JA Board of Governors to vote on mission change

Proposed plan will be most significant mission change since 1948, seeks to expand activities from traditional focus on aliya.

GIDEON SA’AR at Jewish Agency  311 (photo credit: Brian P. Hendler)
GIDEON SA’AR at Jewish Agency 311
(photo credit: Brian P. Hendler)
The Jewish Agency’s Board of Governors will vote Monday on whether to approve the biggest change to the 81-year-old organization’s mission statement since 1948.
The proposed plan seeks to expand the organization’s activities from its traditional focus on aliya; it will now also promote Jewish education and identity in Israel and the Diaspora.
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The Board of Governors convened at Jerusalem’s Inbal Hotel on Sunday for a series of meetings that will last three days.
The board will be asked to okay the plan it already approved in principle last June.
In a letter cosigned by the agency’s chairman Natan Sharansky, Board of Governors chairman Richard Pearlstone and directorgeneral Alan Hoffman, the three men explained how the agency decided on its new mission goals.
“Over the past four months, we held a twoday workshop with more than 50 of the Jewish Agency's top professional staff, reviewed extensive research and conducted more than 30 personal interviews with the strategic planning committee, as well as with our other partners and funders,” they wrote. “At the same time, we have been engaging with the government of Israel on these issues.”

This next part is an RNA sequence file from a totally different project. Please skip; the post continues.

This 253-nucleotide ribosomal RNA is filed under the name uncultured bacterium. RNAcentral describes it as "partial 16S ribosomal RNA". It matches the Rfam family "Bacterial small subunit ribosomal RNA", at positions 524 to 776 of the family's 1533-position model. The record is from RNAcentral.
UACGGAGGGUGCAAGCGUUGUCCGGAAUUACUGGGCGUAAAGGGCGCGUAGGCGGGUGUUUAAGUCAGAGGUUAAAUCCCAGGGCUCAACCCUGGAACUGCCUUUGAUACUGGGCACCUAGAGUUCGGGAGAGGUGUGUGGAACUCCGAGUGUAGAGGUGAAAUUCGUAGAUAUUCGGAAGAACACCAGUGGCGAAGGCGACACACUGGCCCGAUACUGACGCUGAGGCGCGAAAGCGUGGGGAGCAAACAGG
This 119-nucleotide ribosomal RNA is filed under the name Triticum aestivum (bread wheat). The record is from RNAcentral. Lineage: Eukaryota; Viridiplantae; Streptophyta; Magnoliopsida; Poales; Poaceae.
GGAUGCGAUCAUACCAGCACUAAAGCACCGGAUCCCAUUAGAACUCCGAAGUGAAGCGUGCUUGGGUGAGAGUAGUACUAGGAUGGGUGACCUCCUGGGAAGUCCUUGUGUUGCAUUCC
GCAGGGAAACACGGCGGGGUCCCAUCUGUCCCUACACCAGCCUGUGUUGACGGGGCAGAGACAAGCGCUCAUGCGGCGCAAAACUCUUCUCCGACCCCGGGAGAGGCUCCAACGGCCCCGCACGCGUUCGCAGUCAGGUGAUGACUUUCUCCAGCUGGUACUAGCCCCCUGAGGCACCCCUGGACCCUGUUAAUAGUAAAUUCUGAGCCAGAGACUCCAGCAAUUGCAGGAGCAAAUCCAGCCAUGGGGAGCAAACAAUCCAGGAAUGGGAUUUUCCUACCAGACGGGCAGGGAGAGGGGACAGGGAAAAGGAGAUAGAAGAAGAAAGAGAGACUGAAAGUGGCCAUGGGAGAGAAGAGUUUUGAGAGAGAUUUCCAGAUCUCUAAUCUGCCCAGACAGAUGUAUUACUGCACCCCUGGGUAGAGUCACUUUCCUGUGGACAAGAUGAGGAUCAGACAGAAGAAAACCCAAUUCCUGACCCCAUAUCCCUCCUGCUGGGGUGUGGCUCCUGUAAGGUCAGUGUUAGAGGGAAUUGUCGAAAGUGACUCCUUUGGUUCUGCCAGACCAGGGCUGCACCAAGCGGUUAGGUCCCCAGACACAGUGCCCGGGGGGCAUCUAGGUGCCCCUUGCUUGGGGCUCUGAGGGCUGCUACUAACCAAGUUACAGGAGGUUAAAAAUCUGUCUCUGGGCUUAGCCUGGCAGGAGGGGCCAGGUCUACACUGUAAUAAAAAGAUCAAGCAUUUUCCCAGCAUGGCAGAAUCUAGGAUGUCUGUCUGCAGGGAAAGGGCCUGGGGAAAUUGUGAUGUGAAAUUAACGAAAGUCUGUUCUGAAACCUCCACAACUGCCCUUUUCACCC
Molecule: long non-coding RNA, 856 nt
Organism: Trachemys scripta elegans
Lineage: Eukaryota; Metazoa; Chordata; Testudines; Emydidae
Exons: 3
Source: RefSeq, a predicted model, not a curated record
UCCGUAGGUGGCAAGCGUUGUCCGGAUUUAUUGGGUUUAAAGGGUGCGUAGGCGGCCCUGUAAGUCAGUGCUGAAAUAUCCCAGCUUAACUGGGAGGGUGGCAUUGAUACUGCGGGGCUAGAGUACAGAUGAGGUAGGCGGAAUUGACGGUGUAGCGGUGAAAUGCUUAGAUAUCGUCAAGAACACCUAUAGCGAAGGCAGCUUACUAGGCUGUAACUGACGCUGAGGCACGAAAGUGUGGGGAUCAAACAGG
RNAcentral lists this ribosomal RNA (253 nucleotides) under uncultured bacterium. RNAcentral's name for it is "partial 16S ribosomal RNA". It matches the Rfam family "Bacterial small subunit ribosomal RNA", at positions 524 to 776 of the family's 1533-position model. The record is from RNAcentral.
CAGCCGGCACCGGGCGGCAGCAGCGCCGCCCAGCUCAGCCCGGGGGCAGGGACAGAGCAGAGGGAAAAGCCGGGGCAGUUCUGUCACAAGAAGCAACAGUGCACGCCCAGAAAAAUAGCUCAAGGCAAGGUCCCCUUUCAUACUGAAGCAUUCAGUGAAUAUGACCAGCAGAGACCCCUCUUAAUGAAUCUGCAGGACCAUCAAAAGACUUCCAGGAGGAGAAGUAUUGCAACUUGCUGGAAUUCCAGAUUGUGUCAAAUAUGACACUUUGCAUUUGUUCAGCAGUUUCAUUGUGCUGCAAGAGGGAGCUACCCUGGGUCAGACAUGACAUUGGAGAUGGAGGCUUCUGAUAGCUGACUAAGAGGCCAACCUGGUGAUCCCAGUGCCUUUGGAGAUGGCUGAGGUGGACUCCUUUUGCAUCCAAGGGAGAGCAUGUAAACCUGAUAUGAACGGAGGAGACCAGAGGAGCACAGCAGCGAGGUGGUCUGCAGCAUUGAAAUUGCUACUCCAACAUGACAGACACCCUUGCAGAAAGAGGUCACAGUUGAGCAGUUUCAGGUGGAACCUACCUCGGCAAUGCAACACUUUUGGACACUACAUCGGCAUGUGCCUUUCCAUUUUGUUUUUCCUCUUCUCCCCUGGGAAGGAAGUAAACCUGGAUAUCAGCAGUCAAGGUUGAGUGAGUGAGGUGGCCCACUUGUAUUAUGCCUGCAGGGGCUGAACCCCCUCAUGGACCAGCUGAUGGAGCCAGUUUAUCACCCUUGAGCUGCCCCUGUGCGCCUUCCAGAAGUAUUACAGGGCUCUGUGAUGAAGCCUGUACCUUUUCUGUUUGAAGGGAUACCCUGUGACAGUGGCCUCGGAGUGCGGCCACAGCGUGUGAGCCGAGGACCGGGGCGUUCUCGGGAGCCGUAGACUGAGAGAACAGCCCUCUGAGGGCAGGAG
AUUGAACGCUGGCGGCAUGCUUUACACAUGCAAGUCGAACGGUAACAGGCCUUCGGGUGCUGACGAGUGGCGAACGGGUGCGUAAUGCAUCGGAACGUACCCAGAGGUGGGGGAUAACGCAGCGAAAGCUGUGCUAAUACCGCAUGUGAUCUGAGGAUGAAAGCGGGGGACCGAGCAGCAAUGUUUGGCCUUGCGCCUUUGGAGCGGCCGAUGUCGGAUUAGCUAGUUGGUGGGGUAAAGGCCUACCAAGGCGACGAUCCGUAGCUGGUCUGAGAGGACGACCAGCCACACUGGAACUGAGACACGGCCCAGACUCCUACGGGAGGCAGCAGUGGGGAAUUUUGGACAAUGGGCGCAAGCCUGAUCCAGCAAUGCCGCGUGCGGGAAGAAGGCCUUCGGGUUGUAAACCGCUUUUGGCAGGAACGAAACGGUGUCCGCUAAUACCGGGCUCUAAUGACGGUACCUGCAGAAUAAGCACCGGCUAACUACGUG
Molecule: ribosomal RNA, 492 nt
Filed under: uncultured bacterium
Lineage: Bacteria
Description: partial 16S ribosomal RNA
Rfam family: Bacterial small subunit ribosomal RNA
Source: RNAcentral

In the letter, the strategic plan cited five key components: cultivating activities for Jewish youth; connecting Israel and Diaspora Jewry; bringing youth to Israel on trips and extended stays through programs like Masa; strengthening Jewish identity in the Diaspora; and aliya, the organization’s historical mainstay.
“Having thoroughly discussed these policy choices, the overriding consensus of the feedback we received was that the [strategic] plan should encompass both people-building and nation-building by using the two strategic drivers as described in the third choice, with an emphasis on the younger generation,” they wrote.
The plan constitutes the most significant redefinition of the Jewish Agency’s purpose since the declaration of the state. When the agency was created in 1929, it served as a quasi-governmental body for the Zionist movement. In 1948, with the creation of Israel and its old role obsolete, it became an arm for bringing immigrants to the Jewish state. However, with aliya steadily in decline in recent years, the organization has realigned its mission once more; maintaining its commitment to bringing olim while cultivating Jewish identity abroad.